The AU recognised the need for an Africa CDC as a platform for knowledge-sharing and capacity building in response to public health emergencies and threats in July 2013. Following the Ebola virus outbreak in West Africa in 2014, the AU Executive Council requested the AU Commission to ensure the establishment of the Africa CDC and its Regional Coordinating Centres, as well as their functioning, by mid-2015. It was endorsed in January 2015 by the AU Assembly, created in January 2016, and launched in January 2017 as a specialised technical institution of the AU to ensure preparedness for public health emergencies, support public health initiatives of member states and strengthen capacity building of public health institutions of member states.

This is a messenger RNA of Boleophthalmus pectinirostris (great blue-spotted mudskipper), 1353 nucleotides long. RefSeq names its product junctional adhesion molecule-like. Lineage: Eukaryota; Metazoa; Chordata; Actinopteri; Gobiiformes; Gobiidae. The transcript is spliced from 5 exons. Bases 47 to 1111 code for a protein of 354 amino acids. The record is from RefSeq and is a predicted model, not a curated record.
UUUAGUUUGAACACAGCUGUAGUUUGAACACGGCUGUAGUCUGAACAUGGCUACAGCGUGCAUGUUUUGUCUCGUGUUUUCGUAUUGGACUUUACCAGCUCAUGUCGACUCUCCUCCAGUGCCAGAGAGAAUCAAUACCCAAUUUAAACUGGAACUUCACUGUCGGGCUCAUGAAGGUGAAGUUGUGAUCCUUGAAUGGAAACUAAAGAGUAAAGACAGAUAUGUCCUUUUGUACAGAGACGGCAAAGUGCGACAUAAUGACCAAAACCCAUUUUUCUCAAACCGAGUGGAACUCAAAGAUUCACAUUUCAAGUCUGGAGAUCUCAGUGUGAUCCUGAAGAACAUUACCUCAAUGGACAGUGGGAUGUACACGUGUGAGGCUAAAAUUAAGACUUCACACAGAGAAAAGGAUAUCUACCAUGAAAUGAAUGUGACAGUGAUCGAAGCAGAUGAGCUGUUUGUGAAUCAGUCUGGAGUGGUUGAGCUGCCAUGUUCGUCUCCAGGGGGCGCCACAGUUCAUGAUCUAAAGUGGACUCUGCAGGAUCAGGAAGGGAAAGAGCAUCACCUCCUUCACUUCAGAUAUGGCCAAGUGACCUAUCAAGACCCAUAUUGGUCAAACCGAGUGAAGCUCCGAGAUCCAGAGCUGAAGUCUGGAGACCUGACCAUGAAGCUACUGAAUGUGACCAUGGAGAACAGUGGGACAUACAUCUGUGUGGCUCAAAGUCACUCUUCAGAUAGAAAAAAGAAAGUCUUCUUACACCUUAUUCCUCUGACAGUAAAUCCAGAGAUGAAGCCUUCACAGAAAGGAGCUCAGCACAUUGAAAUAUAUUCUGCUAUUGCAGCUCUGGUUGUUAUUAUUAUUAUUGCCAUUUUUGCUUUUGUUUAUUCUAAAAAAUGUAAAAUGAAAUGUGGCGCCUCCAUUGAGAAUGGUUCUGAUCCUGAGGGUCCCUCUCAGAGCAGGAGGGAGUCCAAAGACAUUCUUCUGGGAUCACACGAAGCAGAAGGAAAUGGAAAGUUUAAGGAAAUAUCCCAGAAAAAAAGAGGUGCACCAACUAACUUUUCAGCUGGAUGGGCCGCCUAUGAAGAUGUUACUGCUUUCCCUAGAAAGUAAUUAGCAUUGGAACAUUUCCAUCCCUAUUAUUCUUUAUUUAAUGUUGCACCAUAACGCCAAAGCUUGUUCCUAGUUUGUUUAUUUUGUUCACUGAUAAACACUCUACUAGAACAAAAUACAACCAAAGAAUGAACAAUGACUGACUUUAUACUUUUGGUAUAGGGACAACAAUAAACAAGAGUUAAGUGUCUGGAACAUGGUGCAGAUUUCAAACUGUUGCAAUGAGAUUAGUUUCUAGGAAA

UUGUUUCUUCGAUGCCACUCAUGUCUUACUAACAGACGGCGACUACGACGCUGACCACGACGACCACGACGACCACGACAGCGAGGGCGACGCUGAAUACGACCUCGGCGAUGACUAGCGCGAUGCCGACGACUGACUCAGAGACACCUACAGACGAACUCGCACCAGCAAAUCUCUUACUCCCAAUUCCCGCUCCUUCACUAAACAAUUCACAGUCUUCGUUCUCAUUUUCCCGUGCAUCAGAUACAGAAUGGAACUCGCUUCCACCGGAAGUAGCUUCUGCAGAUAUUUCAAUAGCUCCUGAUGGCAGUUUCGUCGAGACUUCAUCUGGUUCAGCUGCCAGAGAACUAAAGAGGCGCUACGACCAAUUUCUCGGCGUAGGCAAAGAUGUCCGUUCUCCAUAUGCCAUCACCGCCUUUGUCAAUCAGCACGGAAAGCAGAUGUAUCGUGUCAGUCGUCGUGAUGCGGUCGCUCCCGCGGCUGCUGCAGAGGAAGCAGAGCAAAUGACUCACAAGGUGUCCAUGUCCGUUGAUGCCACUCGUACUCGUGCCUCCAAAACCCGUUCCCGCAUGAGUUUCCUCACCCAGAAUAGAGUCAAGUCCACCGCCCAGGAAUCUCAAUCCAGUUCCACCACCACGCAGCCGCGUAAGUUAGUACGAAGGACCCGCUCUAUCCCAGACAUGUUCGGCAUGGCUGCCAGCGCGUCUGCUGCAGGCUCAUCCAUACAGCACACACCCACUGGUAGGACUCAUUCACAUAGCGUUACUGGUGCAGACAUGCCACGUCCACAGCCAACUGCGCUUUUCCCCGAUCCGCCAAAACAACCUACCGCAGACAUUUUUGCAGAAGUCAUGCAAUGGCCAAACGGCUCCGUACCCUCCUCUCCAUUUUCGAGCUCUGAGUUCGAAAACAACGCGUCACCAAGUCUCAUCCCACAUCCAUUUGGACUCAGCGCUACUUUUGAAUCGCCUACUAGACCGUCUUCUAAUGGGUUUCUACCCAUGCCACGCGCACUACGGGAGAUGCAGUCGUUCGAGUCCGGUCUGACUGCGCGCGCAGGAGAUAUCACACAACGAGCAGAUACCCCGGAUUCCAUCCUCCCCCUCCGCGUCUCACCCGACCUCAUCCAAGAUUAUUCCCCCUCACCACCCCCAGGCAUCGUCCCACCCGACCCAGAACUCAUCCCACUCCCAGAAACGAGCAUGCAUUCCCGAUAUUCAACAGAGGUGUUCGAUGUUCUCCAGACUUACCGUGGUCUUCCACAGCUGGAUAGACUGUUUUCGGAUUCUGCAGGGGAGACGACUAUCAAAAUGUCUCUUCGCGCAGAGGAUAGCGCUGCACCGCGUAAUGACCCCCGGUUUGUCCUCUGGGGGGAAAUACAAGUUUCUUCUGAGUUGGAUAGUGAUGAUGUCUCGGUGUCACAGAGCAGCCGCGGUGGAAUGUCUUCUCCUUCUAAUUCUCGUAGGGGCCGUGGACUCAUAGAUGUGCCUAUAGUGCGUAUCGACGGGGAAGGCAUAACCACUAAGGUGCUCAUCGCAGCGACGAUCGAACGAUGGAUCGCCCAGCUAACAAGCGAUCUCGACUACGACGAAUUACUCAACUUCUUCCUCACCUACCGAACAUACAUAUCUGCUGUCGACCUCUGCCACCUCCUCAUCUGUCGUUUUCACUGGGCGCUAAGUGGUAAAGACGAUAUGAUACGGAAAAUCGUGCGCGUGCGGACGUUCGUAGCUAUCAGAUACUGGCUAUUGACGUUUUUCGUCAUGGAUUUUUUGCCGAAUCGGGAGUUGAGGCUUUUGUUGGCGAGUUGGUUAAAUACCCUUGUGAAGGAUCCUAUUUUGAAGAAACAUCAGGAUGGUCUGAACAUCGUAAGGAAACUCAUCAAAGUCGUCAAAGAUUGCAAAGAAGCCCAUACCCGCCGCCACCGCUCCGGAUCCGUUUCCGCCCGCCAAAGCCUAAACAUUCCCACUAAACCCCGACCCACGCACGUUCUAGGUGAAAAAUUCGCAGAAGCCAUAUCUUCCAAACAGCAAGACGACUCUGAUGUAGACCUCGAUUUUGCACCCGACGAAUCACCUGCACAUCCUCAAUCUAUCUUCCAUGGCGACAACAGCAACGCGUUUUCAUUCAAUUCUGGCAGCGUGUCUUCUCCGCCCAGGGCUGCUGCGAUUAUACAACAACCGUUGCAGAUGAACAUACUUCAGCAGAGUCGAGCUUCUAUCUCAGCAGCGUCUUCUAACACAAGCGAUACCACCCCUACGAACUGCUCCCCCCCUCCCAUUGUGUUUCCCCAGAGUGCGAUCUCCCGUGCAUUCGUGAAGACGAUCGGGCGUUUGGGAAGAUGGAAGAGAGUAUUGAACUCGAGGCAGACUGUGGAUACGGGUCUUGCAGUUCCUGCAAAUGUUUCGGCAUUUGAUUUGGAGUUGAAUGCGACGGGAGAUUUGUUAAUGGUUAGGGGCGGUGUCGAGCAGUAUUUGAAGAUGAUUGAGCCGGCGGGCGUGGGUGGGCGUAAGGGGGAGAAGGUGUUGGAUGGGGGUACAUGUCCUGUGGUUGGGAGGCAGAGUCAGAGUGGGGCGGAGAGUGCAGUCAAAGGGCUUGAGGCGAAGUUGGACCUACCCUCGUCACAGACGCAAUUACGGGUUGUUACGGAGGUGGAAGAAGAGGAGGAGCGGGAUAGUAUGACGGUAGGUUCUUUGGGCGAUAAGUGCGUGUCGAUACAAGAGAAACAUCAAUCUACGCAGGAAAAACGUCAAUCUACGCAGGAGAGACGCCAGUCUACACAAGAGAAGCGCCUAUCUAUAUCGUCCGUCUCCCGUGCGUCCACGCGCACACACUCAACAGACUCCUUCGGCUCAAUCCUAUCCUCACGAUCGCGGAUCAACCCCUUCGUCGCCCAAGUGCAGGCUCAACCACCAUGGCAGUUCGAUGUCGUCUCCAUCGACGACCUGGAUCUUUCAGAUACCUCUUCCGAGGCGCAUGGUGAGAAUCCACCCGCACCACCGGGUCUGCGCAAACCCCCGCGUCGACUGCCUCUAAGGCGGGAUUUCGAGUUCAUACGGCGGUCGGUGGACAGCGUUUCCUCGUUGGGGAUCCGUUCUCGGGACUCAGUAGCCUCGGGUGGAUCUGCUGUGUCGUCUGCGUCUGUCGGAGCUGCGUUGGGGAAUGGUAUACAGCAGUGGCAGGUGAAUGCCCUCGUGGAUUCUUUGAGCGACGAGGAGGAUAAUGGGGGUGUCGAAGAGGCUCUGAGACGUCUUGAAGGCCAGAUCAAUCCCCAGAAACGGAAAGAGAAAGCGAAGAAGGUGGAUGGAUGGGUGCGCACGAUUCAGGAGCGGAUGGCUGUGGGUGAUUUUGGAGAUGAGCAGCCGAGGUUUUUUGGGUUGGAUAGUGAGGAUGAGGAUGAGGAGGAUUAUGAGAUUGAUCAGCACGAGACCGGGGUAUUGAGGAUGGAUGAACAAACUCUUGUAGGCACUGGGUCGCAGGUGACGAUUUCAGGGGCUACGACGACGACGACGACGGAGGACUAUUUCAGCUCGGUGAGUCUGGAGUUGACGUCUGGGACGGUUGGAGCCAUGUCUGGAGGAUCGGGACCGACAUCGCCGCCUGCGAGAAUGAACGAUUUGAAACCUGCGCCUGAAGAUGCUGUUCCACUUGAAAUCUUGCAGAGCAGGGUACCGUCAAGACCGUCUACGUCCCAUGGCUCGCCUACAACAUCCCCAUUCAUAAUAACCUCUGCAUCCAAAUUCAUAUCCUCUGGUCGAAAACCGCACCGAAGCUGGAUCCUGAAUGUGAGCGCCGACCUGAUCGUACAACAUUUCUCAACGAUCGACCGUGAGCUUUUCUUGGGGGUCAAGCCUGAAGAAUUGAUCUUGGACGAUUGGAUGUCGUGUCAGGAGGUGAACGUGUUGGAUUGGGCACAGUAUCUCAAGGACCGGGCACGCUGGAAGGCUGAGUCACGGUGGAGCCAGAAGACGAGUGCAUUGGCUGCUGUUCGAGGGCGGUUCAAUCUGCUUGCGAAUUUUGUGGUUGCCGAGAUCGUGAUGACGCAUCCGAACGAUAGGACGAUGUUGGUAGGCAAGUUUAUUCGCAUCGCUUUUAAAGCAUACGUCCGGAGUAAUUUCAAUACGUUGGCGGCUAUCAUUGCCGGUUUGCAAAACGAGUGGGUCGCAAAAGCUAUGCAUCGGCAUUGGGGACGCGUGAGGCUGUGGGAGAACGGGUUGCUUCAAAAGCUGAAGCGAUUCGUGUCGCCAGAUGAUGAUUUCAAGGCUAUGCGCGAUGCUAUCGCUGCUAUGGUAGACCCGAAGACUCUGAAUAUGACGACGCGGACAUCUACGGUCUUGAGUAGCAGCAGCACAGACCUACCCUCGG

Even during the beginning years of the Africa CDC with its Institute for Pathogen Genomics (IPG) for disease surveillance, the stage was set for a continental response to the COVID-19 outbreak. In fact, continental preparedness preceded the declaration of a COVID-19 pandemic by the World Health Organisation (WHO) on 11 March 2020. As early as 27 January 2020, the Africa CDC activated its Emergency Operations Centre and Incident Management System (IMS) for the outbreak of COVID-19. It developed an Incident Action Plan and established the Africa Task Force for Coronavirus (AFTCOR) on 3 February 2020. On 22 February 2020, the AU summoned an emergency meeting of Ministers of Health of member states which began preparations, with the Africa CDC, for the development of a guiding framework for combatting COVID-19 in Africa. This meeting resulted in the adoption of the Africa Joint Continental Strategy—the key soft law document for the AU's response to COVID-19 that sets out the primary strategy of the AU for addressing the pandemic. The Joint Continental Strategy informs the decisions, policies and practices of the AU as well as its member states in this regard and provides for the coordination of multilateral and multi-level collaborative public health efforts for surveillance, prevention, diagnosis, treatment and control of COVID-19. The prosecution of the Joint Continental Strategy has involved the establishment of an elaborate operational matrix that has seen the strengthening of national public health institutions (NPHIs) through information-sharing and capacity building.